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Bauso: Why children should still learn cursive

Bauso: Why children should still learn cursive


Students practice writing in cursive at Creative Minds Montessori in Auburn.

“The hands are the instruments of man’s intelligence. ... The human hand allows the mind to reveal itself.” — Dr. Maria Montessori

Since when do kindergartners learn to write in cursive? Most public schools don’t even start teaching cursive writing until at least third or fourth grade, if they teach it at all. While us Montessorians have deliberated for years whether children should learn to write first in cursive or manuscript, we've all agreed cursive was an essential skill. Now there is a spirited debate in the field of education about whether, in this age of technology, handwriting is necessary at all.

Cursive is not required by the National Educational Common Core Standards. Many states across the country are removing or reducing cursive instruction from their curriculum. I personally feel this movement is not based on best-practices research, but on the current trend toward digital technology. Fortunately, research in the field of learning differences such as dyslexia and reading remediation, provides evidence that handwriting is a beneficial tool that supports the learning process. Surely, there is room for handwriting and keyboarding skills.

At Creative Minds Montessori, learning cursive is an essential skill that is introduced to our youngest children. During Maria Montessori’s observations of the child, she realized the importance of learning through movement and the senses. Current research corroborates her findings, stating the importance of the hand/brain connection and proving that new pathways in the brain develop as children use their hands to explore and interact with the world.

Fascinating new research points out the benefits of cursive writing for cognitive development. One study concluded that the typical elementary student needs at least 15 minutes of handwriting daily for cognitive, writing and motor skills and reading comprehension improvement. Another study showed that cursive writing helps train the brain to integrate visual and tactile information, and fine motor dexterity.

Simply put, cursive writing was developed by the human hand for the human hand. If you will: Take a minute to watch your child draw. Look at the way they hold their pencil and form their lines. It’s fluid. The uninterrupted movements of the hand are easier for children to form; without even knowing it, they are preparing themselves for cursive writing.

Diving further into this controversial battle between cursive writing, manuscript printing and keyboarding led me to some compelling reasons for encouraging students to learn cursive writing:

1. Cursive writing is actually easier to make, as printing requires more fine motor skills. All cursive lower-case letters begin on the baseline. Lowercase manuscript letters randomly begin in several different places.

2. The hardest movements for the hand to make are a perfect circle and a perfectly vertically line. These are the components that make up manuscript.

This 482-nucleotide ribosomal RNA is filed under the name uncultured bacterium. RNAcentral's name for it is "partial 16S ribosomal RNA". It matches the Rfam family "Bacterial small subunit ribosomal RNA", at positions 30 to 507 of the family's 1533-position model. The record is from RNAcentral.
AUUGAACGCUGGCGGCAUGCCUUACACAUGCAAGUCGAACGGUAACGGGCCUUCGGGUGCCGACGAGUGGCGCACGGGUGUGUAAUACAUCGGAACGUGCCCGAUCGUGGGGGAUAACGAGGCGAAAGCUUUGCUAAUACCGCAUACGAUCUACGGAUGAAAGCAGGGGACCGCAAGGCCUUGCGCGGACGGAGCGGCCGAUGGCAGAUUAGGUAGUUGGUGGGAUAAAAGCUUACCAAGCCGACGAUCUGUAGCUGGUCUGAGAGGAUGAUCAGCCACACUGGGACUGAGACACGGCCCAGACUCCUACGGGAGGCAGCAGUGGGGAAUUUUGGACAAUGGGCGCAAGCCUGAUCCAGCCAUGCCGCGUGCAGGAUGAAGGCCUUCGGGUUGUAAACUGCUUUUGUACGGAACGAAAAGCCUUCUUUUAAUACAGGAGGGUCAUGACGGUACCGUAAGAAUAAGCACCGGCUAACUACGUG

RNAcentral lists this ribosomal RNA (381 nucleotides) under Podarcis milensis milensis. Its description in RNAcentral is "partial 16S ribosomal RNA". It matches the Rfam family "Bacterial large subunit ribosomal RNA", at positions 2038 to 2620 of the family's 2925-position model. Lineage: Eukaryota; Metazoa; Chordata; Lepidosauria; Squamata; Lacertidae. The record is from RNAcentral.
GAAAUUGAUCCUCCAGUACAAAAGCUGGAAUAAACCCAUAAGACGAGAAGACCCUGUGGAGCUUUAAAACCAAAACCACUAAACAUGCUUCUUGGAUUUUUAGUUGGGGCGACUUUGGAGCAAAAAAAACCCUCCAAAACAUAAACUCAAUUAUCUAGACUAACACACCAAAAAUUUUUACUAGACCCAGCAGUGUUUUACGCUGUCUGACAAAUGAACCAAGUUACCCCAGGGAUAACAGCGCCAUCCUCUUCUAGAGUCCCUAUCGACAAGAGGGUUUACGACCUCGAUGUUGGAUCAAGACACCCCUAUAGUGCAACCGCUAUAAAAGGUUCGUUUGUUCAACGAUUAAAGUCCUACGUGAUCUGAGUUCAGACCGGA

3. The cursive writer only needs to pick their pencil off the page between words, as compared to lifting the pencil up between each letter when printing.

4. Cursive writing reinforces the development of letter definition and formation. The natural flow of cursive writing prevents common letter reversals (b and d, p and q) often found in manuscript printing.

5. When writing in cursive the act of connecting the letters that form a word help the child’s mind to see those letters as a word. The letters of each separate word are connected, and then there is a space distinguishing it from the word that follows. Studies have shown that kids who learn cursive rather than simply manuscript writing score better on reading and spelling tests, perhaps because the linked-up cursive forces writers to think of words as wholes instead of parts.

6. Children who learn to read cursive words first make a very quick transition to reading print. The reverse is more difficult. A child who only learns print cannot read cursive.

7. The regions of the brain that are activated during reading were also activated during handwriting, but not during keyboarding.

Whether we begin by teaching print or cursive, it's clear that it’s a very different process to touch a key and see a letter appear on a screen, than it is to develop the skills and brain/hand connections necessary to be able to write that letter yourself.

At Creative Minds Montessori, we believe handwriting is an extension of who we are as individuals. Our script tells about our personality. As teachers, we know a student’s unnamed, handwritten work by their unique handwriting.

Diane M. Bauso is head of school for Creative Minds Montessori, 169 Genesee St., Auburn. She can be reached at (315) 406-9495 or


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I edit The Citizen's features section, Lake Life, and weekly entertainment guide, Go. I've also been writing for The Citizen and since 2006, covering arts and culture, business, food and drink, and more.

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